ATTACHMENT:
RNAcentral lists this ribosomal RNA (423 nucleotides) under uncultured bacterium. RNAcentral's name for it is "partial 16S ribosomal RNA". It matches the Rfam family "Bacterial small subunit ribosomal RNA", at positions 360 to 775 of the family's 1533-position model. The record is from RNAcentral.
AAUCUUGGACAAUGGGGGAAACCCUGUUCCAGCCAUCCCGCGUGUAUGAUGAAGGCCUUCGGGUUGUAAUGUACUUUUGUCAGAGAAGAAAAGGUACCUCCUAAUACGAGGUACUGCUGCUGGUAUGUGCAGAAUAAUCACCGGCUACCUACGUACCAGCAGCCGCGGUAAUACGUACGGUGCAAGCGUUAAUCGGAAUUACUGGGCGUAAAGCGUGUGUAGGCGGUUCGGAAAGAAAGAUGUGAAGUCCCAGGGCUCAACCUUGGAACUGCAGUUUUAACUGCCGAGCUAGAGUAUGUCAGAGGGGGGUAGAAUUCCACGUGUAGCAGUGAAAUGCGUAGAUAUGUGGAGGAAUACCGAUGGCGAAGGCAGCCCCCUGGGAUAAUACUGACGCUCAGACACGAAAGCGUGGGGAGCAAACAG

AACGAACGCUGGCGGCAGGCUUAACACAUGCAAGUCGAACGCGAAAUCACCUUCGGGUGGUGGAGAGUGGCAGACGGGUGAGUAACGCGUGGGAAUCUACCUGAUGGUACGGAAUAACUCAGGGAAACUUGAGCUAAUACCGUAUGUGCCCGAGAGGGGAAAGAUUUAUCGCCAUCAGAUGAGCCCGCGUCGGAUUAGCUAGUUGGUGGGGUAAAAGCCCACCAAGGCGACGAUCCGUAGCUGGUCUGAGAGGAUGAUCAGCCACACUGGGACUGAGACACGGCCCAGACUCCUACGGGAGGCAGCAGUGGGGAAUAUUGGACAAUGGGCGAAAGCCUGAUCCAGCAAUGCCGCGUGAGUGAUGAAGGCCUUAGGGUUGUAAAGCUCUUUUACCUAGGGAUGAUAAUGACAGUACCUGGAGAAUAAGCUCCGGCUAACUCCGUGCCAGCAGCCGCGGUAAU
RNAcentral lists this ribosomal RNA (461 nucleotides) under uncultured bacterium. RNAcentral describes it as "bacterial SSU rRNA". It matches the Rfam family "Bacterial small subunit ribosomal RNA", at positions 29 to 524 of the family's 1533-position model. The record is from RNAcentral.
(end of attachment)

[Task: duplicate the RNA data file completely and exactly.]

RNAcentral lists this ribosomal RNA (423 nucleotides) under uncultured bacterium. RNAcentral's name for it is "partial 16S ribosomal RNA". It matches the Rfam family "Bacterial small subunit ribosomal RNA", at positions 360 to 775 of the family's 1533-position model. The record is from RNAcentral.
AAUCUUGGACAAUGGGGGAAACCCUGUUCCAGCCAUCCCGCGUGUAUGAUGAAGGCCUUCGGGUUGUAAUGUACUUUUGUCAGAGAAGAAAAGGUACCUCCUAAUACGAGGUACUGCUGCUGGUAUGUGCAGAAUAAUCACCGGCUACCUACGUACCAGCAGCCGCGGUAAUACGUACGGUGCAAGCGUUAAUCGGAAUUACUGGGCGUAAAGCGUGUGUAGGCGGUUCGGAAAGAAAGAUGUGAAGUCCCAGGGCUCAACCUUGGAACUGCAGUUUUAACUGCCGAGCUAGAGUAUGUCAGAGGGGGGUAGAAUUCCACGUGUAGCAGUGAAAUGCGUAGAUAUGUGGAGGAAUACCGAUGGCGAAGGCAGCCCCCUGGGAUAAUACUGACGCUCAGACACGAAAGCGUGGGGAGCAAACAG

AACGAACGCUGGCGGCAGGCUUAACACAUGCAAGUCGAACGCGAAAUCACCUUCGGGUGGUGGAGAGUGGCAGACGGGUGAGUAACGCGUGGGAAUCUACCUGAUGGUACGGAAUAACUCAGGGAAACUUGAGCUAAUACCGUAUGUGCCCGAGAGGGGAAAGAUUUAUCGCCAUCAGAUGAGCCCGCGUCGGAUUAGCUAGUUGGUGGGGUAAAAGCCCACCAAGGCGACGAUCCGUAGCUGGUCUGAGAGGAUGAUCAGCCACACUGGGACUGAGACACGGCCCAGACUCCUACGGGAGGCAGCAGUGGGGAAUAUUGGACAAUGGGCGAAAGCCUGAUCCAGCAAUGCCGCGUGAGUGAUGAAGGCCUUAGGGUUGUAAAGCUCUUUUACCUAGGGAUGAUAAUGACAGUACCUGGAGAAUAAGCUCCGGCUAACUCCGUGCCAGCAGCCGCGGUAAU
RNAcentral lists this ribosomal RNA (461 nucleotides) under uncultured bacterium. RNAcentral describes it as "bacterial SSU rRNA". It matches the Rfam family "Bacterial small subunit ribosomal RNA", at positions 29 to 524 of the family's 1533-position model. The record is from RNAcentral.